Q&A with Kevin Harvey of Durham County Poets, a lively and soulful group who have written and performed an eclectic blend of blues, folk, and gospel

"The only thing I can say I miss from the music in the past, is the affordability of taking in a show without going broke. But other than that, I try not to dwell on the music of yesterday. I think there’s a lot of good music being made today, but you do have to look around to find it. Thanks for DJs who spin music from independent artists, they are integral to the future musicians like myself."

Kevin Harvey (Durham County Poets):

Eclectic, Genuine & Real

Canadian band of The Durham County Poets are a lively and soulful group who have written and performed an eclectic blend of blues, folk, and gospel. With three albums under their belt, they have released their 4th album, HAND ME DOWN BLUES (2019), nominated them for a Maple Blues Award in the New Artist of the Year category and for a Juno for Blues Album of the year. Their song 'Help me to Change' received a top five listing in the This dedicated blues album with both original compositions and covers of their favorite blues artists is sure to tickle the ears of blues lovers everywhere. And with producer Bill Garrett taking the helm, you know the Poets are in good hands!

These five musicians/songwriters work individually and collaboratively... Their obvious joie de vivre is reflected in the good times audiences have felt consistently since their 2011 début. Intrepid leader Kevin Harvey, confined to a wheelchair since 1981 is the lead vocalist, and indeed “gets by with a little help from his friends”. Kevin and his bandmates have been on countless tours throughout Canada and the US, at festivals, concerts, clubs, dives and even castles... So be sure to check them out for yourselves! Bandmembers are: Kevin Harvey, vocals; David Whyte, guitar; Neil Elsmore, guitar; Carl Rufh, Bass; and Rob Couture, drums. 

Interview by Michael Limnios

How has the Blues and Rock Counterculture influenced your views of the world and the journeys you’ve taken? 

That is a very interesting question that I never thought about before. The one thing I can say as far as “Blues counter-culture” is… I like many people of my generation; he grew up in the 70s. We had our eyes open to a whole different kind of world, where we can question the established norms.  And within the “Blues community” there is definitely a spirit community and camaraderie that is not found in other let’s say Pop world.

How do you describe band's sound, music philosophy and songbook? What is the story behind of band's name?

I would describe our sound as familiar and fresh sounding at the same time. I think all of us in the band share one philosophy that music must be Genuine and Real. It needs to be able to reach people in the visceral way, and touch people’s emotions and hearts and funny bones. But at the same time, not take ourselves too seriously. After all, at the end of the day we are entertainers... I would not describe our sound as a purist or modern, many many styles of music can and to influence us when we are writing. We just want to make the best music we can. As far as the name of the group. Durham County Poets goes?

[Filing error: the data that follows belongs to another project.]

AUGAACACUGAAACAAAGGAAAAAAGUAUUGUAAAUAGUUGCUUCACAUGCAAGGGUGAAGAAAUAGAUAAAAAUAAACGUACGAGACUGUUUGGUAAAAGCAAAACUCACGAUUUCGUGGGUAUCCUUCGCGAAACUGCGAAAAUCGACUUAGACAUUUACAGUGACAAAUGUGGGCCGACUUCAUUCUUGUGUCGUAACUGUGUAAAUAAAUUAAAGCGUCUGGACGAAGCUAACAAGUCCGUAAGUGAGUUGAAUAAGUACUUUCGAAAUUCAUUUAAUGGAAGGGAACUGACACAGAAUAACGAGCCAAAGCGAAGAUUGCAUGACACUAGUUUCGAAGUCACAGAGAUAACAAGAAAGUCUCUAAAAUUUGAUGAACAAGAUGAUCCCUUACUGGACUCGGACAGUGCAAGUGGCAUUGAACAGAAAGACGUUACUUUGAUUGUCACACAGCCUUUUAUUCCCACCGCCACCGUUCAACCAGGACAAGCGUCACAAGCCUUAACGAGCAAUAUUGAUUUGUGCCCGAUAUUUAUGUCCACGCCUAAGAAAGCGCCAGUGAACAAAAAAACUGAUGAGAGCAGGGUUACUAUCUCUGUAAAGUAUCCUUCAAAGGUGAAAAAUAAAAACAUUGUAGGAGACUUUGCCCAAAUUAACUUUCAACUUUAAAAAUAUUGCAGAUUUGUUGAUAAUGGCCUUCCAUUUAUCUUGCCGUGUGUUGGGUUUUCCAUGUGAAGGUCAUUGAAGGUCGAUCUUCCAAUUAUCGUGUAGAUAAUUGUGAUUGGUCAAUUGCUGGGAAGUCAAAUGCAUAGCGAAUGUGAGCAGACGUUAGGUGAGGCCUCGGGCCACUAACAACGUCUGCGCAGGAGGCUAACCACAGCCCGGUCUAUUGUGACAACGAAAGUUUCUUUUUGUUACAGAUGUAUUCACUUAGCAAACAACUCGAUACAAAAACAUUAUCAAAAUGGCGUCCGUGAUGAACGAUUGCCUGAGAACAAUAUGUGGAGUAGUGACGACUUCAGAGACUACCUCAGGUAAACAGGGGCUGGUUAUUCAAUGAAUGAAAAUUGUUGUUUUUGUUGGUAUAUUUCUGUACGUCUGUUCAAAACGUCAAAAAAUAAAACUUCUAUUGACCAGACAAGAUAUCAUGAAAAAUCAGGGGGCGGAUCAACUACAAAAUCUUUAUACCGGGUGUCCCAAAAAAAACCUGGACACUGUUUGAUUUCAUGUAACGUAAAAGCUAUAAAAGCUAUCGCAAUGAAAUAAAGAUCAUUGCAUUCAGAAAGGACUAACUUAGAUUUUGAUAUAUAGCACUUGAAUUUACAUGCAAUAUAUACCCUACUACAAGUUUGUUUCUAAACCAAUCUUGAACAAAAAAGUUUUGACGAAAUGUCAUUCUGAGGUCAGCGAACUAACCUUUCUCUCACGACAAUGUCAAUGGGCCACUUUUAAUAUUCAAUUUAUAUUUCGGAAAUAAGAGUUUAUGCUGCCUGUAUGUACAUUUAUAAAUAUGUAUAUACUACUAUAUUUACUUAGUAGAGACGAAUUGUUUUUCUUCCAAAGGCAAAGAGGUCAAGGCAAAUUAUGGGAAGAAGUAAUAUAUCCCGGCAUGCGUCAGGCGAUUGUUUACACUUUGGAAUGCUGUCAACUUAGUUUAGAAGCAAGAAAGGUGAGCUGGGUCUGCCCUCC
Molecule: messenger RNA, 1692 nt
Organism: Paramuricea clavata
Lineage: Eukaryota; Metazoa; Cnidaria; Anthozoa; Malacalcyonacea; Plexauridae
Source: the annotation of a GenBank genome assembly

My wife grew up on a farm in Rockburn Qc, and her father, who was an older gentleman used to take all the kids and drive them in their old Dodge car into the nearest town now called Ormstown. But over 100 years ago it was called Durham. And her dad would say “come on kids we’re going into Durham” even though it hasn’t been called that in over a century. That gives you an idea where he was coming from… LOL. And David our guitar player wanted to call the group, Caveman Poets, so we decided to blend the two. And we also want to convey the fact that everyone in the band is a songwriter!  That too is part of our sound and Philosophy. No dictators!

Which meetings have been the most important experiences? What was the best advice anyone ever gave you?

I guess I can say meeting all the guys in the group for sure. They were meaningful friendships that started off with shared interest in music, getting together to perform and then eventually grew into a more meaningful pursuit of art, work and play. For myself meeting my wife was of course very important for many reasons. We share a faith, we share our life, it possible for me to pursue my goals. The best advice anybody ever gave me was from my mother. “Stop your whining and feeling sorry for yourself” she would say to me. Love her and miss her.

"I would describe our sound as familiar and fresh sounding at the same time. I think all of us in the band share one philosophy that music must be Genuine and Real. It needs to be able to reach people in the visceral way, and touch people’s emotions and hearts and funny bones. But at the same time, not take ourselves too seriously." (Photo: Durham County Poets)